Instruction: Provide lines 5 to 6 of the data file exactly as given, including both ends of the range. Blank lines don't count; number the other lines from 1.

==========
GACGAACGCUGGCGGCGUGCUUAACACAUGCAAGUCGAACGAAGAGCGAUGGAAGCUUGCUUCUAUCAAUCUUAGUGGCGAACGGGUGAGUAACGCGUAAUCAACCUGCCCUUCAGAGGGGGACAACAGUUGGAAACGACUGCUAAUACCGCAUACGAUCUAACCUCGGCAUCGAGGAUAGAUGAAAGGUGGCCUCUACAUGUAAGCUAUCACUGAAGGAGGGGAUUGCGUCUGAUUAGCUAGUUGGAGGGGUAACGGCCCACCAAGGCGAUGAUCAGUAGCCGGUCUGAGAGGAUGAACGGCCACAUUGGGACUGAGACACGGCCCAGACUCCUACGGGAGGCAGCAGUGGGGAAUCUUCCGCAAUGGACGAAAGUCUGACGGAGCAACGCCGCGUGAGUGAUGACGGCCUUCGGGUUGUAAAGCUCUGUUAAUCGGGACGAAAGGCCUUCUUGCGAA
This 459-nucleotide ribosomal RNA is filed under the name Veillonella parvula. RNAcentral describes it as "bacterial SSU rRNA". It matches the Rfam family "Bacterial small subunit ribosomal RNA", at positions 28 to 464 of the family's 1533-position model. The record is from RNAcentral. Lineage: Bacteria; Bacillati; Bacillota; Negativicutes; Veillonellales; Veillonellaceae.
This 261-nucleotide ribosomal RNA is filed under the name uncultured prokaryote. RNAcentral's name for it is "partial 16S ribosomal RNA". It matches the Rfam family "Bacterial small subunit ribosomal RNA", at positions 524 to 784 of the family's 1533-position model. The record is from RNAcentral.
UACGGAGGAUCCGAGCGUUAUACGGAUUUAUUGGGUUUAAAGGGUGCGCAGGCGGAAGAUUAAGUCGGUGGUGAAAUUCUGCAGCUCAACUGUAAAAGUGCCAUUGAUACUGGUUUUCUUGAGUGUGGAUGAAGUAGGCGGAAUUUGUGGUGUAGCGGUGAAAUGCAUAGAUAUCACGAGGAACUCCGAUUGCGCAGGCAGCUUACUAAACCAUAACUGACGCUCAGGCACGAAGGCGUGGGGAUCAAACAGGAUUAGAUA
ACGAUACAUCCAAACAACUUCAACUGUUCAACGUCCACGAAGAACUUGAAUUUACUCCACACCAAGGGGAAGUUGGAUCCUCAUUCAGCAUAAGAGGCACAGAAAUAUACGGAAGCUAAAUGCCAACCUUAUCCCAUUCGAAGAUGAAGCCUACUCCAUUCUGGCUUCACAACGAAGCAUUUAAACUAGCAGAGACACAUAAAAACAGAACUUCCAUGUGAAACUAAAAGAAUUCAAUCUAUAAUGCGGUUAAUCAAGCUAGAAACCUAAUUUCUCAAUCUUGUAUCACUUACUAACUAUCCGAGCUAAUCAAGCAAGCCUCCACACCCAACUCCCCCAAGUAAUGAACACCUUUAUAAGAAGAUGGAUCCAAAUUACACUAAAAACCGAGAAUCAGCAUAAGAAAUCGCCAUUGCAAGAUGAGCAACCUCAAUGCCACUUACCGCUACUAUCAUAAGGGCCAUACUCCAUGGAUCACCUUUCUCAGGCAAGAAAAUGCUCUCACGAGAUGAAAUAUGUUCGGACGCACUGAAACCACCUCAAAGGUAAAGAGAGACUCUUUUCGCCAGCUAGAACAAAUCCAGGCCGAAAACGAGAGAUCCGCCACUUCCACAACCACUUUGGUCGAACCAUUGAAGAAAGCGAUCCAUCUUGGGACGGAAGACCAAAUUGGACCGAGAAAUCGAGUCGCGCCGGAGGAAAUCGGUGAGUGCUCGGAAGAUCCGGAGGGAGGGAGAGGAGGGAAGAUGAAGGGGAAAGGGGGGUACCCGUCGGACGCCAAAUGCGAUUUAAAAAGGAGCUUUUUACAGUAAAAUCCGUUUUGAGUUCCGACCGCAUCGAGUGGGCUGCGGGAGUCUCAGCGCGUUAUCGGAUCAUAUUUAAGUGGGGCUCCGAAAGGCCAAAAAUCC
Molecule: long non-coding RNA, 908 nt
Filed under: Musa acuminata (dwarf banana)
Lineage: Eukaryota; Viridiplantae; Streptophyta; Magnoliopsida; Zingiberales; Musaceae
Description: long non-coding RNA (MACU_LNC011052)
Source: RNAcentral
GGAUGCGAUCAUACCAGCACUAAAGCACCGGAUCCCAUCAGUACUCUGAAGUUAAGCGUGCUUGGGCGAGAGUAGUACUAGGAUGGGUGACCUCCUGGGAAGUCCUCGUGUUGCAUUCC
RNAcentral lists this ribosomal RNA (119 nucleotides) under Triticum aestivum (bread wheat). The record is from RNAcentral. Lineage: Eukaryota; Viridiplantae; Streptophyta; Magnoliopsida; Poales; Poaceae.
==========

ACGAUACAUCCAAACAACUUCAACUGUUCAACGUCCACGAAGAACUUGAAUUUACUCCACACCAAGGGGAAGUUGGAUCCUCAUUCAGCAUAAGAGGCACAGAAAUAUACGGAAGCUAAAUGCCAACCUUAUCCCAUUCGAAGAUGAAGCCUACUCCAUUCUGGCUUCACAACGAAGCAUUUAAACUAGCAGAGACACAUAAAAACAGAACUUCCAUGUGAAACUAAAAGAAUUCAAUCUAUAAUGCGGUUAAUCAAGCUAGAAACCUAAUUUCUCAAUCUUGUAUCACUUACUAACUAUCCGAGCUAAUCAAGCAAGCCUCCACACCCAACUCCCCCAAGUAAUGAACACCUUUAUAAGAAGAUGGAUCCAAAUUACACUAAAAACCGAGAAUCAGCAUAAGAAAUCGCCAUUGCAAGAUGAGCAACCUCAAUGCCACUUACCGCUACUAUCAUAAGGGCCAUACUCCAUGGAUCACCUUUCUCAGGCAAGAAAAUGCUCUCACGAGAUGAAAUAUGUUCGGACGCACUGAAACCACCUCAAAGGUAAAGAGAGACUCUUUUCGCCAGCUAGAACAAAUCCAGGCCGAAAACGAGAGAUCCGCCACUUCCACAACCACUUUGGUCGAACCAUUGAAGAAAGCGAUCCAUCUUGGGACGGAAGACCAAAUUGGACCGAGAAAUCGAGUCGCGCCGGAGGAAAUCGGUGAGUGCUCGGAAGAUCCGGAGGGAGGGAGAGGAGGGAAGAUGAAGGGGAAAGGGGGGUACCCGUCGGACGCCAAAUGCGAUUUAAAAAGGAGCUUUUUACAGUAAAAUCCGUUUUGAGUUCCGACCGCAUCGAGUGGGCUGCGGGAGUCUCAGCGCGUUAUCGGAUCAUAUUUAAGUGGGGCUCCGAAAGGCCAAAAAUCC
Molecule: long non-coding RNA, 908 nt